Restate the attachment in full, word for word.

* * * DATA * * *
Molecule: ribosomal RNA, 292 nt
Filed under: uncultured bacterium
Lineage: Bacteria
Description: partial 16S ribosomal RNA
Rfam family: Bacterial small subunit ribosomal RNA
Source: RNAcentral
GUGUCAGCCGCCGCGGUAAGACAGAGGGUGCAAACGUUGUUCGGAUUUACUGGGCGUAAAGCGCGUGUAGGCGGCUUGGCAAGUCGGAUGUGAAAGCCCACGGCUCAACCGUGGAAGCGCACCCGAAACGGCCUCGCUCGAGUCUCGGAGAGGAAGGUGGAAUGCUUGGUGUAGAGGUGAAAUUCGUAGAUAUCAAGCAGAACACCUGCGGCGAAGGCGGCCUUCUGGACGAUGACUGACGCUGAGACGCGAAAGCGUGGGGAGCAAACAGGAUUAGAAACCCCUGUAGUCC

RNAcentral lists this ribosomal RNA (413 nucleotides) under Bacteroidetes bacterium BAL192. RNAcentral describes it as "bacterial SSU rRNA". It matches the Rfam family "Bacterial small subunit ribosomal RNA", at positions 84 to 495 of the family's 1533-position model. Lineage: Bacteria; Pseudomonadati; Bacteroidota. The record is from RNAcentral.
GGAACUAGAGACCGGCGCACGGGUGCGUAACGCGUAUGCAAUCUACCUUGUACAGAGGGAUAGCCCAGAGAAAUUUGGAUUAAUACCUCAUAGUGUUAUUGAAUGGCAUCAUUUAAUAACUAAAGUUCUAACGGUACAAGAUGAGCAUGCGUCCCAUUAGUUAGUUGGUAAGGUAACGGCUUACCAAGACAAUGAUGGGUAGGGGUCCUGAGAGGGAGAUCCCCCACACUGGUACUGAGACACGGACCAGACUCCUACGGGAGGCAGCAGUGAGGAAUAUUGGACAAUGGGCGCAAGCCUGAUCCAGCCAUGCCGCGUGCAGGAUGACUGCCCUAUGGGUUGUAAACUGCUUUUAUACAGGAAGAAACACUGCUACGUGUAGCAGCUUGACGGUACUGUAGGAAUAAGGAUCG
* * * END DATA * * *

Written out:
Molecule: ribosomal RNA, 292 nt
Filed under: uncultured bacterium
Lineage: Bacteria
Description: partial 16S ribosomal RNA
Rfam family: Bacterial small subunit ribosomal RNA
Source: RNAcentral
GUGUCAGCCGCCGCGGUAAGACAGAGGGUGCAAACGUUGUUCGGAUUUACUGGGCGUAAAGCGCGUGUAGGCGGCUUGGCAAGUCGGAUGUGAAAGCCCACGGCUCAACCGUGGAAGCGCACCCGAAACGGCCUCGCUCGAGUCUCGGAGAGGAAGGUGGAAUGCUUGGUGUAGAGGUGAAAUUCGUAGAUAUCAAGCAGAACACCUGCGGCGAAGGCGGCCUUCUGGACGAUGACUGACGCUGAGACGCGAAAGCGUGGGGAGCAAACAGGAUUAGAAACCCCUGUAGUCC

RNAcentral lists this ribosomal RNA (413 nucleotides) under Bacteroidetes bacterium BAL192. RNAcentral describes it as "bacterial SSU rRNA". It matches the Rfam family "Bacterial small subunit ribosomal RNA", at positions 84 to 495 of the family's 1533-position model. Lineage: Bacteria; Pseudomonadati; Bacteroidota. The record is from RNAcentral.
GGAACUAGAGACCGGCGCACGGGUGCGUAACGCGUAUGCAAUCUACCUUGUACAGAGGGAUAGCCCAGAGAAAUUUGGAUUAAUACCUCAUAGUGUUAUUGAAUGGCAUCAUUUAAUAACUAAAGUUCUAACGGUACAAGAUGAGCAUGCGUCCCAUUAGUUAGUUGGUAAGGUAACGGCUUACCAAGACAAUGAUGGGUAGGGGUCCUGAGAGGGAGAUCCCCCACACUGGUACUGAGACACGGACCAGACUCCUACGGGAGGCAGCAGUGAGGAAUAUUGGACAAUGGGCGCAAGCCUGAUCCAGCCAUGCCGCGUGCAGGAUGACUGCCCUAUGGGUUGUAAACUGCUUUUAUACAGGAAGAAACACUGCUACGUGUAGCAGCUUGACGGUACUGUAGGAAUAAGGAUCG